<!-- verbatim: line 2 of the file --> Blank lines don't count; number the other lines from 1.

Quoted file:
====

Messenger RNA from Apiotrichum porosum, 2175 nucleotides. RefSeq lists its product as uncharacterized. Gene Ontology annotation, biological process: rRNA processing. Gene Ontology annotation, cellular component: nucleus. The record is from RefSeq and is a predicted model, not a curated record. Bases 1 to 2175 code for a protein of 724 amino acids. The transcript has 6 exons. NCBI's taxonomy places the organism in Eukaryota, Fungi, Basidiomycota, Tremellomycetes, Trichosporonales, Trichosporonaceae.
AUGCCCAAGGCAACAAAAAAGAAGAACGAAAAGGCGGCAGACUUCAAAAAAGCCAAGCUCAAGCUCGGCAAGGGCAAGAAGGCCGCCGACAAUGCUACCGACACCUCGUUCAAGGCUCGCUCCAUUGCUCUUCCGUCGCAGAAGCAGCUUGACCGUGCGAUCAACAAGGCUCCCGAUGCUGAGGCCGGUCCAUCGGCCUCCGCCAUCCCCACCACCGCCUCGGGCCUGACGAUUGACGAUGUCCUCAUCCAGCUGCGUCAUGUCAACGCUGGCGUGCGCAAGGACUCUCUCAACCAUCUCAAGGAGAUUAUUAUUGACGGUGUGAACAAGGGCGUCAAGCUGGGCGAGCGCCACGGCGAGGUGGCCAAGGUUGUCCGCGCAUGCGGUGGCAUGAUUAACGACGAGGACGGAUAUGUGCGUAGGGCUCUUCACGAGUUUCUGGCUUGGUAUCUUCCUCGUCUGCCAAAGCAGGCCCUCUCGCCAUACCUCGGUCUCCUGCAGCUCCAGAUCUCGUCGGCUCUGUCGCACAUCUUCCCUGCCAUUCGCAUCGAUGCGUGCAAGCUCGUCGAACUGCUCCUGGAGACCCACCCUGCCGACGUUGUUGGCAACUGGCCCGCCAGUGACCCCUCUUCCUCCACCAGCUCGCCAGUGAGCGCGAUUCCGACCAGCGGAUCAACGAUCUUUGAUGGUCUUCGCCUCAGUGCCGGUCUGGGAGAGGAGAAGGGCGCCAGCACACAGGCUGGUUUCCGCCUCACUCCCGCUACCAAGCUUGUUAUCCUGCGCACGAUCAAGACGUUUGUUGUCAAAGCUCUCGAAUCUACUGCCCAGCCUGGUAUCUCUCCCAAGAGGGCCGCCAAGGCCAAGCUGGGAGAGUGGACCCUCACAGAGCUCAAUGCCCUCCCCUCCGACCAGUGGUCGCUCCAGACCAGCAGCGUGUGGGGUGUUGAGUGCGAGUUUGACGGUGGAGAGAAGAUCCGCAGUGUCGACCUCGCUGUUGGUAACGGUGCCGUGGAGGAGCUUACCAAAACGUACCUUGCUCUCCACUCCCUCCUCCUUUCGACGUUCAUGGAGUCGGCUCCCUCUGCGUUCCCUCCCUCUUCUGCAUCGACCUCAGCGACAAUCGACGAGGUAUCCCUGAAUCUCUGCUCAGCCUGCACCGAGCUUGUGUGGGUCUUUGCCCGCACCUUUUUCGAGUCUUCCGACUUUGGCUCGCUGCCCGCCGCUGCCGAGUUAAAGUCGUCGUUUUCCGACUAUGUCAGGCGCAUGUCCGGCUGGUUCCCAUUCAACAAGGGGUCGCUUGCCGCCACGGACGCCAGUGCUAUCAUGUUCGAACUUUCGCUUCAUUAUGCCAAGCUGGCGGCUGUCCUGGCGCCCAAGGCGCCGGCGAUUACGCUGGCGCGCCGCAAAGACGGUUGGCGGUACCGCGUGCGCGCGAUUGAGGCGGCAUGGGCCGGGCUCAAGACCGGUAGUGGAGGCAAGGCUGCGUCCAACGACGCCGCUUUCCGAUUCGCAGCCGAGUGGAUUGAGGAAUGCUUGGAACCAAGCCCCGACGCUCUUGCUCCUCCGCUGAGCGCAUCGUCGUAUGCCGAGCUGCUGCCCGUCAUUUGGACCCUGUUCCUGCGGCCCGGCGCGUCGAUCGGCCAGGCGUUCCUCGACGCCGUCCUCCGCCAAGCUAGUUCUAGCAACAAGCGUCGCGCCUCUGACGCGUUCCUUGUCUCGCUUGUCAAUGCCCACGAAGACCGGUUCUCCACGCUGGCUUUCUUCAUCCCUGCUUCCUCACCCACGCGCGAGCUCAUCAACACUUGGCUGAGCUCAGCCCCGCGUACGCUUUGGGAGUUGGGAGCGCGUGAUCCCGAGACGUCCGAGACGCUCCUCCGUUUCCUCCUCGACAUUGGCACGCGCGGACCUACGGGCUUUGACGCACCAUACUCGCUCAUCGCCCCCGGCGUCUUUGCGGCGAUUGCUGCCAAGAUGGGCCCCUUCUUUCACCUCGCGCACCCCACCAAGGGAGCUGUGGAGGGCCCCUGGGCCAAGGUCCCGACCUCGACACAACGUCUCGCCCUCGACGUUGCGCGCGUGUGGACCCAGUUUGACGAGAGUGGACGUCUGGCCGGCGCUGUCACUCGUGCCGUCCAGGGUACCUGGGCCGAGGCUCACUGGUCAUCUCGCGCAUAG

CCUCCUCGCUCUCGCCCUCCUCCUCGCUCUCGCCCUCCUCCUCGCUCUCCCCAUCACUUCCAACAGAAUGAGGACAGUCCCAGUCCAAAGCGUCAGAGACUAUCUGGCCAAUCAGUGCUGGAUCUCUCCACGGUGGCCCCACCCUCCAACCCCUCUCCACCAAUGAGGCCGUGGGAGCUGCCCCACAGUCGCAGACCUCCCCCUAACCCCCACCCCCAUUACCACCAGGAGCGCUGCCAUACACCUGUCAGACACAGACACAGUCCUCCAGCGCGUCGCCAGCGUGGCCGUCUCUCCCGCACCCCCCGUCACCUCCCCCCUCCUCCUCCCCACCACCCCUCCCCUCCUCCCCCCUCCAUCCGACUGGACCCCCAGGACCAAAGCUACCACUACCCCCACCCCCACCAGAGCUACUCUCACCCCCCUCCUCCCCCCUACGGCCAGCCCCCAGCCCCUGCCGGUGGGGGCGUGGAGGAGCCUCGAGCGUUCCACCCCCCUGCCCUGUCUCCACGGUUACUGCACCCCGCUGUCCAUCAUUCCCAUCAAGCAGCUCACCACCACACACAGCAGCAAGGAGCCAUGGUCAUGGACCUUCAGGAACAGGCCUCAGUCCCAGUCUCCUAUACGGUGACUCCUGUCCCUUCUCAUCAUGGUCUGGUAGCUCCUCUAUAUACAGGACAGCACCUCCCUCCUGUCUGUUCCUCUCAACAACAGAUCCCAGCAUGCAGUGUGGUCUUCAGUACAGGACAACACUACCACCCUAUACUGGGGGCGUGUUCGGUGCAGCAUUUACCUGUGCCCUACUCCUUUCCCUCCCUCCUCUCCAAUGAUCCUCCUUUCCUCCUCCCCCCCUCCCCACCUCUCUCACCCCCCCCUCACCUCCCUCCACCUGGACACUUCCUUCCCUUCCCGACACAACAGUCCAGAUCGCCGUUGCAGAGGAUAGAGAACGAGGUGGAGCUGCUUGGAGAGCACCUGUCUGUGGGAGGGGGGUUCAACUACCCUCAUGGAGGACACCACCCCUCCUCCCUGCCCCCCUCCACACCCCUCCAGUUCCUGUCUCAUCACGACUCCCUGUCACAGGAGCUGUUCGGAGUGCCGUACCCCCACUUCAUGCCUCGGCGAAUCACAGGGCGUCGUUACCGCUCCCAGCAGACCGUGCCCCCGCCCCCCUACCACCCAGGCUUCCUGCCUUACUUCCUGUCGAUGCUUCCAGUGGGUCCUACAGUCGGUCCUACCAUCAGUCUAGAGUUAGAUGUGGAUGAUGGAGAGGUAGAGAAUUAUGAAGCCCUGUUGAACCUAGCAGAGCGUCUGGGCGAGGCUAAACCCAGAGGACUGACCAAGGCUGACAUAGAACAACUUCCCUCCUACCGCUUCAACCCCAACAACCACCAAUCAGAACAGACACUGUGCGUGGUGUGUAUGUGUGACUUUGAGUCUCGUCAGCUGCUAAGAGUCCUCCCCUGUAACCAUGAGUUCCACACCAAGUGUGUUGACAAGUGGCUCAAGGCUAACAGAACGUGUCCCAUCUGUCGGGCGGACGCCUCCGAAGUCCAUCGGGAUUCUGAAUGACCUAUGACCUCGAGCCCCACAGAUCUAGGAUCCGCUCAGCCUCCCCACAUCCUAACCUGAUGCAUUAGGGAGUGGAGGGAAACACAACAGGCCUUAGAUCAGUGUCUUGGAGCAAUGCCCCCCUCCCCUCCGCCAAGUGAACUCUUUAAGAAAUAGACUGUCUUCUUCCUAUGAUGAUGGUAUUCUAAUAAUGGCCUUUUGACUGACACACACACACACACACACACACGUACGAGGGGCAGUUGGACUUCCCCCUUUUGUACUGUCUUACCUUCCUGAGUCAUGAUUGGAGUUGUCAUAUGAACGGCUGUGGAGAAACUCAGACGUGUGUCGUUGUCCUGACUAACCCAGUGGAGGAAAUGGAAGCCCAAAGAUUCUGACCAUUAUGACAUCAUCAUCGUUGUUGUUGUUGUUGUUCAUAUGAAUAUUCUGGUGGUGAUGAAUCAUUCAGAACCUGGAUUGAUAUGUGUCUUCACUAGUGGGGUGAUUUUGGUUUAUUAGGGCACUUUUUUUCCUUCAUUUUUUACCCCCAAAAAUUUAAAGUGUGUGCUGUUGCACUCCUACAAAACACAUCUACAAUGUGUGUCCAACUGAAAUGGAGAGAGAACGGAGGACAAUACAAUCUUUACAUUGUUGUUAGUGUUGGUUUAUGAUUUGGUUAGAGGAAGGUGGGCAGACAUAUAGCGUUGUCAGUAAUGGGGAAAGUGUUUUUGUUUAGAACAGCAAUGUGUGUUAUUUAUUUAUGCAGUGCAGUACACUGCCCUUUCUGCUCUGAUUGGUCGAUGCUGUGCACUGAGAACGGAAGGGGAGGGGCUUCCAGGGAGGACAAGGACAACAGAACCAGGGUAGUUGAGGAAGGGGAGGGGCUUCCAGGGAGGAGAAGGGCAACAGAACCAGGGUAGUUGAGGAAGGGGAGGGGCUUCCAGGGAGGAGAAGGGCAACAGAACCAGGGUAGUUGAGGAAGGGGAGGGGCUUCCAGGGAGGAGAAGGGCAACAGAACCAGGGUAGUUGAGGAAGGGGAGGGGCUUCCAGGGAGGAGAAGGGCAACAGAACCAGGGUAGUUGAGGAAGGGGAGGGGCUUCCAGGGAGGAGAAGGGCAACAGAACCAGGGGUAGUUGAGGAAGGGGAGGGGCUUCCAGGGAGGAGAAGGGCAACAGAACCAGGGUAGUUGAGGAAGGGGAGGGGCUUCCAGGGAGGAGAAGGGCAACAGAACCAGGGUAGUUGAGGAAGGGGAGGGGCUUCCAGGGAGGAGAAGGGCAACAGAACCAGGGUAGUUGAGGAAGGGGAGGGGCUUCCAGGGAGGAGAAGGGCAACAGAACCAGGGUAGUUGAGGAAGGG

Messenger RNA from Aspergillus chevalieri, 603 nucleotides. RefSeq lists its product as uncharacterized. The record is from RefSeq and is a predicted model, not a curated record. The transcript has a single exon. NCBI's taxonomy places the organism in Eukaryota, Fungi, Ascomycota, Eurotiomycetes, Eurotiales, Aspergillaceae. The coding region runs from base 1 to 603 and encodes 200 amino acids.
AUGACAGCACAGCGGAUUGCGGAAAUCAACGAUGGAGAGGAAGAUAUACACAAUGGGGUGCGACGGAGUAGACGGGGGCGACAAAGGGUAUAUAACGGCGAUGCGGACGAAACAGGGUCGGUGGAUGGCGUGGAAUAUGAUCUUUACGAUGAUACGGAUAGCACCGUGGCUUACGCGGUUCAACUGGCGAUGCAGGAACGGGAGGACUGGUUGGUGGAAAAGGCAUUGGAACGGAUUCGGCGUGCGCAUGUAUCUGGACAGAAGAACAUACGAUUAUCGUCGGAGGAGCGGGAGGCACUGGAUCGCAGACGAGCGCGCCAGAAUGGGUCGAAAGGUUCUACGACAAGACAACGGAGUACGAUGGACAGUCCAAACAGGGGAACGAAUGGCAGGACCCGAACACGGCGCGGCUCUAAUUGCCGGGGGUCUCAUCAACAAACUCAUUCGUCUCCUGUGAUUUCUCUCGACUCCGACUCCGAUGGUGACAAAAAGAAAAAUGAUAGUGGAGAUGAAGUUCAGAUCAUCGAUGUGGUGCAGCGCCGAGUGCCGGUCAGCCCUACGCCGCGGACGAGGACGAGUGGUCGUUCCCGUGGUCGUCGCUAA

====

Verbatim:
AUGCCCAAGGCAACAAAAAAGAAGAACGAAAAGGCGGCAGACUUCAAAAAAGCCAAGCUCAAGCUCGGCAAGGGCAAGAAGGCCGCCGACAAUGCUACCGACACCUCGUUCAAGGCUCGCUCCAUUGCUCUUCCGUCGCAGAAGCAGCUUGACCGUGCGAUCAACAAGGCUCCCGAUGCUGAGGCCGGUCCAUCGGCCUCCGCCAUCCCCACCACCGCCUCGGGCCUGACGAUUGACGAUGUCCUCAUCCAGCUGCGUCAUGUCAACGCUGGCGUGCGCAAGGACUCUCUCAACCAUCUCAAGGAGAUUAUUAUUGACGGUGUGAACAAGGGCGUCAAGCUGGGCGAGCGCCACGGCGAGGUGGCCAAGGUUGUCCGCGCAUGCGGUGGCAUGAUUAACGACGAGGACGGAUAUGUGCGUAGGGCUCUUCACGAGUUUCUGGCUUGGUAUCUUCCUCGUCUGCCAAAGCAGGCCCUCUCGCCAUACCUCGGUCUCCUGCAGCUCCAGAUCUCGUCGGCUCUGUCGCACAUCUUCCCUGCCAUUCGCAUCGAUGCGUGCAAGCUCGUCGAACUGCUCCUGGAGACCCACCCUGCCGACGUUGUUGGCAACUGGCCCGCCAGUGACCCCUCUUCCUCCACCAGCUCGCCAGUGAGCGCGAUUCCGACCAGCGGAUCAACGAUCUUUGAUGGUCUUCGCCUCAGUGCCGGUCUGGGAGAGGAGAAGGGCGCCAGCACACAGGCUGGUUUCCGCCUCACUCCCGCUACCAAGCUUGUUAUCCUGCGCACGAUCAAGACGUUUGUUGUCAAAGCUCUCGAAUCUACUGCCCAGCCUGGUAUCUCUCCCAAGAGGGCCGCCAAGGCCAAGCUGGGAGAGUGGACCCUCACAGAGCUCAAUGCCCUCCCCUCCGACCAGUGGUCGCUCCAGACCAGCAGCGUGUGGGGUGUUGAGUGCGAGUUUGACGGUGGAGAGAAGAUCCGCAGUGUCGACCUCGCUGUUGGUAACGGUGCCGUGGAGGAGCUUACCAAAACGUACCUUGCUCUCCACUCCCUCCUCCUUUCGACGUUCAUGGAGUCGGCUCCCUCUGCGUUCCCUCCCUCUUCUGCAUCGACCUCAGCGACAAUCGACGAGGUAUCCCUGAAUCUCUGCUCAGCCUGCACCGAGCUUGUGUGGGUCUUUGCCCGCACCUUUUUCGAGUCUUCCGACUUUGGCUCGCUGCCCGCCGCUGCCGAGUUAAAGUCGUCGUUUUCCGACUAUGUCAGGCGCAUGUCCGGCUGGUUCCCAUUCAACAAGGGGUCGCUUGCCGCCACGGACGCCAGUGCUAUCAUGUUCGAACUUUCGCUUCAUUAUGCCAAGCUGGCGGCUGUCCUGGCGCCCAAGGCGCCGGCGAUUACGCUGGCGCGCCGCAAAGACGGUUGGCGGUACCGCGUGCGCGCGAUUGAGGCGGCAUGGGCCGGGCUCAAGACCGGUAGUGGAGGCAAGGCUGCGUCCAACGACGCCGCUUUCCGAUUCGCAGCCGAGUGGAUUGAGGAAUGCUUGGAACCAAGCCCCGACGCUCUUGCUCCUCCGCUGAGCGCAUCGUCGUAUGCCGAGCUGCUGCCCGUCAUUUGGACCCUGUUCCUGCGGCCCGGCGCGUCGAUCGGCCAGGCGUUCCUCGACGCCGUCCUCCGCCAAGCUAGUUCUAGCAACAAGCGUCGCGCCUCUGACGCGUUCCUUGUCUCGCUUGUCAAUGCCCACGAAGACCGGUUCUCCACGCUGGCUUUCUUCAUCCCUGCUUCCUCACCCACGCGCGAGCUCAUCAACACUUGGCUGAGCUCAGCCCCGCGUACGCUUUGGGAGUUGGGAGCGCGUGAUCCCGAGACGUCCGAGACGCUCCUCCGUUUCCUCCUCGACAUUGGCACGCGCGGACCUACGGGCUUUGACGCACCAUACUCGCUCAUCGCCCCCGGCGUCUUUGCGGCGAUUGCUGCCAAGAUGGGCCCCUUCUUUCACCUCGCGCACCCCACCAAGGGAGCUGUGGAGGGCCCCUGGGCCAAGGUCCCGACCUCGACACAACGUCUCGCCCUCGACGUUGCGCGCGUGUGGACCCAGUUUGACGAGAGUGGACGUCUGGCCGGCGCUGUCACUCGUGCCGUCCAGGGUACCUGGGCCGAGGCUCACUGGUCAUCUCGCGCAUAG